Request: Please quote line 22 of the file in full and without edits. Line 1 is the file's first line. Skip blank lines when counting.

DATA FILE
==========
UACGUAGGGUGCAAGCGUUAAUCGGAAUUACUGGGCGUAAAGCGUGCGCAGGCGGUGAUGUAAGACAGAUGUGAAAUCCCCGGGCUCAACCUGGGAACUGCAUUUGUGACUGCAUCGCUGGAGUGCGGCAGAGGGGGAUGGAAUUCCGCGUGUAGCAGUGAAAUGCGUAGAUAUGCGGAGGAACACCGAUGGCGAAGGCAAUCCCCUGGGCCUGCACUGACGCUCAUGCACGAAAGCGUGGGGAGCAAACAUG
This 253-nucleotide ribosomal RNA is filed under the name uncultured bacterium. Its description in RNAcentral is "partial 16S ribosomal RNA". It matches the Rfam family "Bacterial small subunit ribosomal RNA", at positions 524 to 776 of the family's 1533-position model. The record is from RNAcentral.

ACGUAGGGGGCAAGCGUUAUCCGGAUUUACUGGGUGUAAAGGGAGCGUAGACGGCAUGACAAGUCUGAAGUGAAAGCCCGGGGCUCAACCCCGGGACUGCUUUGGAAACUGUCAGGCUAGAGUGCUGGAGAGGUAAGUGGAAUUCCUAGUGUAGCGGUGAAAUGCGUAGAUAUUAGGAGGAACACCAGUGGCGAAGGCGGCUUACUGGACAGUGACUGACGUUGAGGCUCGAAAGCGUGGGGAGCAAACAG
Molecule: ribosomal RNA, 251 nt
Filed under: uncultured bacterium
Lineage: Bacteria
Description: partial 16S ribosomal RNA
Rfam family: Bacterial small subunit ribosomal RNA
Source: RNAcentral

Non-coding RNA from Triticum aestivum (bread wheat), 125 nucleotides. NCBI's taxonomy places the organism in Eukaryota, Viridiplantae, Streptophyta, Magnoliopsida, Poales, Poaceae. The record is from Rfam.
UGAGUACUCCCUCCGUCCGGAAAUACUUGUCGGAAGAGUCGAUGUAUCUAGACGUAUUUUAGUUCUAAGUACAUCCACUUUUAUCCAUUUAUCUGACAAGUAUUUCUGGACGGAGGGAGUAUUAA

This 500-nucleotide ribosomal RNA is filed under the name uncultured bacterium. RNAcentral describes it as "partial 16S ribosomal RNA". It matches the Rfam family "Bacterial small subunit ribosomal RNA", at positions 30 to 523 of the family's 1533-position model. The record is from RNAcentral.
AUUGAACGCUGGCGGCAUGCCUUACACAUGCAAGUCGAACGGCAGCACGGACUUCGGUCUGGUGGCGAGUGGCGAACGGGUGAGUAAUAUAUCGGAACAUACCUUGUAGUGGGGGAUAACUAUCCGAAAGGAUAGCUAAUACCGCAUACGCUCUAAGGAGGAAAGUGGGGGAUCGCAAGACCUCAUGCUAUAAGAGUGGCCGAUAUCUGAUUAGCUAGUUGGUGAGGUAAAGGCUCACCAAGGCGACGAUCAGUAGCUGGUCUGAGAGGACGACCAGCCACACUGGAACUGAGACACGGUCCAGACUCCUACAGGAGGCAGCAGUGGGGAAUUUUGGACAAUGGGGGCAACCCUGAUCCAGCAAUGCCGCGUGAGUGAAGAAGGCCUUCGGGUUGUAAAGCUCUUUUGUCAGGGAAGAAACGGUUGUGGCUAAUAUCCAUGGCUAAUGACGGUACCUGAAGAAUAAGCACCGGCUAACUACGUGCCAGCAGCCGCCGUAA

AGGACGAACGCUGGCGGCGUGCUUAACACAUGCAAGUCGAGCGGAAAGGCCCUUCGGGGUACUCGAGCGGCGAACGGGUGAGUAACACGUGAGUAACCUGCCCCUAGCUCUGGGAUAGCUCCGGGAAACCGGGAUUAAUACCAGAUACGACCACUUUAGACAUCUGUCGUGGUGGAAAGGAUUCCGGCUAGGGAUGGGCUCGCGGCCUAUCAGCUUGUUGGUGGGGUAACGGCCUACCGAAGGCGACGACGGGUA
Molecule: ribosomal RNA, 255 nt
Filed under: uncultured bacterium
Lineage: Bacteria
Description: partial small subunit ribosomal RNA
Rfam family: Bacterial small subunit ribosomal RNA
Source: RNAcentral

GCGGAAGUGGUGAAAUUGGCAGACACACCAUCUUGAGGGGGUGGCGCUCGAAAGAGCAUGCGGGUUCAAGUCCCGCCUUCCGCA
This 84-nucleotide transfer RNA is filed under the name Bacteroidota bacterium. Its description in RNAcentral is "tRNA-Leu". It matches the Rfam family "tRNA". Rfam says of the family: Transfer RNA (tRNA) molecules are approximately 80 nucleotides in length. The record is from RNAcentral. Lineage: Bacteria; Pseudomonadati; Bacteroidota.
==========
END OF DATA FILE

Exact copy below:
This 84-nucleotide transfer RNA is filed under the name Bacteroidota bacterium. Its description in RNAcentral is "tRNA-Leu". It matches the Rfam family "tRNA". Rfam says of the family: Transfer RNA (tRNA) molecules are approximately 80 nucleotides in length. The record is from RNAcentral. Lineage: Bacteria; Pseudomonadati; Bacteroidota.